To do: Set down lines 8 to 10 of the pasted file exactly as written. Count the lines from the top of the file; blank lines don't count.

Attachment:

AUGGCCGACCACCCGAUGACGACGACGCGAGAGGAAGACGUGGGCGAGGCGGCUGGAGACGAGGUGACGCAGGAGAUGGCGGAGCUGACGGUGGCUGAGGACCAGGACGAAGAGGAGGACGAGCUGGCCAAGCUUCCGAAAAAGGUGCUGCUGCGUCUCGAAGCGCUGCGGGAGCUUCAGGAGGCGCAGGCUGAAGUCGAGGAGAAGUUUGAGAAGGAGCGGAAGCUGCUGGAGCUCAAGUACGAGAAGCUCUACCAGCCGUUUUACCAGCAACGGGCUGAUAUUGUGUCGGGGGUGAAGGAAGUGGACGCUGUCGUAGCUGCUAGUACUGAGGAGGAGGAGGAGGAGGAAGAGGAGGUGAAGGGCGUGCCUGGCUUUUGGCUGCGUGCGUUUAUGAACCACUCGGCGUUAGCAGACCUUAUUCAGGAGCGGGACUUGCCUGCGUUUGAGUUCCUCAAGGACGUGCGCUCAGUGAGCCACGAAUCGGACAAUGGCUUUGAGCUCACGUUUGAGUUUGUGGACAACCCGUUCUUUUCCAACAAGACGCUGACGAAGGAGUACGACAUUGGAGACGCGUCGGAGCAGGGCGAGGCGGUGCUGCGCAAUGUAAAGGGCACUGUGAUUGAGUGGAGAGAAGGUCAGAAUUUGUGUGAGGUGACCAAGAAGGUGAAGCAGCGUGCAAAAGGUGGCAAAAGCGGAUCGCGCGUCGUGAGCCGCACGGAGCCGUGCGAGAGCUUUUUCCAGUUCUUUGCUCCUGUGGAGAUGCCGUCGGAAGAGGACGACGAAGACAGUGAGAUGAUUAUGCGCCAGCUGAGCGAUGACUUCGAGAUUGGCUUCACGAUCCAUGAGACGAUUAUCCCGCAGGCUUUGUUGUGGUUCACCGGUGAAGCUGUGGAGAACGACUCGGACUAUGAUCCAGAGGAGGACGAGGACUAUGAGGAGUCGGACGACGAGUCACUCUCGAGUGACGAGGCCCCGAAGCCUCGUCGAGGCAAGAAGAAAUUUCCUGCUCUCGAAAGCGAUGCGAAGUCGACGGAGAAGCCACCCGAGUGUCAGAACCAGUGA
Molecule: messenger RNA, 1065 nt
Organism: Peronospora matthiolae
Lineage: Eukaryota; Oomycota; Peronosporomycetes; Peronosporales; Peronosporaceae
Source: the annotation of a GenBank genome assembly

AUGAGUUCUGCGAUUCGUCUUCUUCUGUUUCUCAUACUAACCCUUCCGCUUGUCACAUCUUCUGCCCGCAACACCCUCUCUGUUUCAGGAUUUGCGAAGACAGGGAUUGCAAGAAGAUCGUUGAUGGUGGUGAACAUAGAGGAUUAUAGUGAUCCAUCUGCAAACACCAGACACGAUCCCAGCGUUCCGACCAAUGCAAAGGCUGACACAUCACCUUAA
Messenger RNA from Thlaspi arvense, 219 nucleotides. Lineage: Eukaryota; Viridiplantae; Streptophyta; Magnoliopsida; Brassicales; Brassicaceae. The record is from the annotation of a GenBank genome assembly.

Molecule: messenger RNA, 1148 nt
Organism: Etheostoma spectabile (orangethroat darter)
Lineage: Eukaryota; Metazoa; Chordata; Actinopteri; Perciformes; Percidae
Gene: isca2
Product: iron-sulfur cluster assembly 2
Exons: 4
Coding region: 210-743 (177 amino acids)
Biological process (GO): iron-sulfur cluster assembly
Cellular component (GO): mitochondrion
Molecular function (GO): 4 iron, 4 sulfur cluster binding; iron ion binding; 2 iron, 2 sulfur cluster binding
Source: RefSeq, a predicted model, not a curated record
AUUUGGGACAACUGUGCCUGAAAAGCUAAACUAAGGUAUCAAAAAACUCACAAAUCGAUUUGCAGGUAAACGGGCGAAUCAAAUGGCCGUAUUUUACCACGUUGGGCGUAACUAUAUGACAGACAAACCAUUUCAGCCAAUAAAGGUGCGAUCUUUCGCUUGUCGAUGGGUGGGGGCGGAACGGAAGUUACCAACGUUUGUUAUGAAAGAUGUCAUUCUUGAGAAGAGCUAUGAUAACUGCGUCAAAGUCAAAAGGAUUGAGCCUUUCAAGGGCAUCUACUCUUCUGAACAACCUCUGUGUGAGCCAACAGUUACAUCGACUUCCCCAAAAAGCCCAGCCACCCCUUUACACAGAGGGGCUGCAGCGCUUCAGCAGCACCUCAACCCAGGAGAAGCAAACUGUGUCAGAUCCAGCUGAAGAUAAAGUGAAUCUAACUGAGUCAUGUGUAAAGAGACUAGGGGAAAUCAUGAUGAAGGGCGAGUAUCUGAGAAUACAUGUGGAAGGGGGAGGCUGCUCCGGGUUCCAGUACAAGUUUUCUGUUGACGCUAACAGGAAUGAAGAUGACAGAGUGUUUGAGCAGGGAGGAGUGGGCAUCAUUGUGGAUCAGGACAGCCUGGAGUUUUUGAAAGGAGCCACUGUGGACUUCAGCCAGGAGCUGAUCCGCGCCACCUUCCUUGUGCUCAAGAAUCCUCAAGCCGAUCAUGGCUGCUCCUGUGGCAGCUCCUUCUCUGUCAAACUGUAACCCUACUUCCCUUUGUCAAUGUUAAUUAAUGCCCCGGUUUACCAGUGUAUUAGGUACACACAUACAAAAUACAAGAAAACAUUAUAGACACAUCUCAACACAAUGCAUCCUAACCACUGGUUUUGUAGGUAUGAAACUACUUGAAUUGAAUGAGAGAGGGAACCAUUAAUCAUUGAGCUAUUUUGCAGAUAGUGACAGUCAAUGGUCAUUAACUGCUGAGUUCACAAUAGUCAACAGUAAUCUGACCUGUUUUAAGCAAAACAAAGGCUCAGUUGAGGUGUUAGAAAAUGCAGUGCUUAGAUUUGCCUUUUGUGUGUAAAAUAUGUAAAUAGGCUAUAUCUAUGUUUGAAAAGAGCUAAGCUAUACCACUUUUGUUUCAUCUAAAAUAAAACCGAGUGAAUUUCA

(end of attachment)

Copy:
Molecule: messenger RNA, 1148 nt
Organism: Etheostoma spectabile (orangethroat darter)
Lineage: Eukaryota; Metazoa; Chordata; Actinopteri; Perciformes; Percidae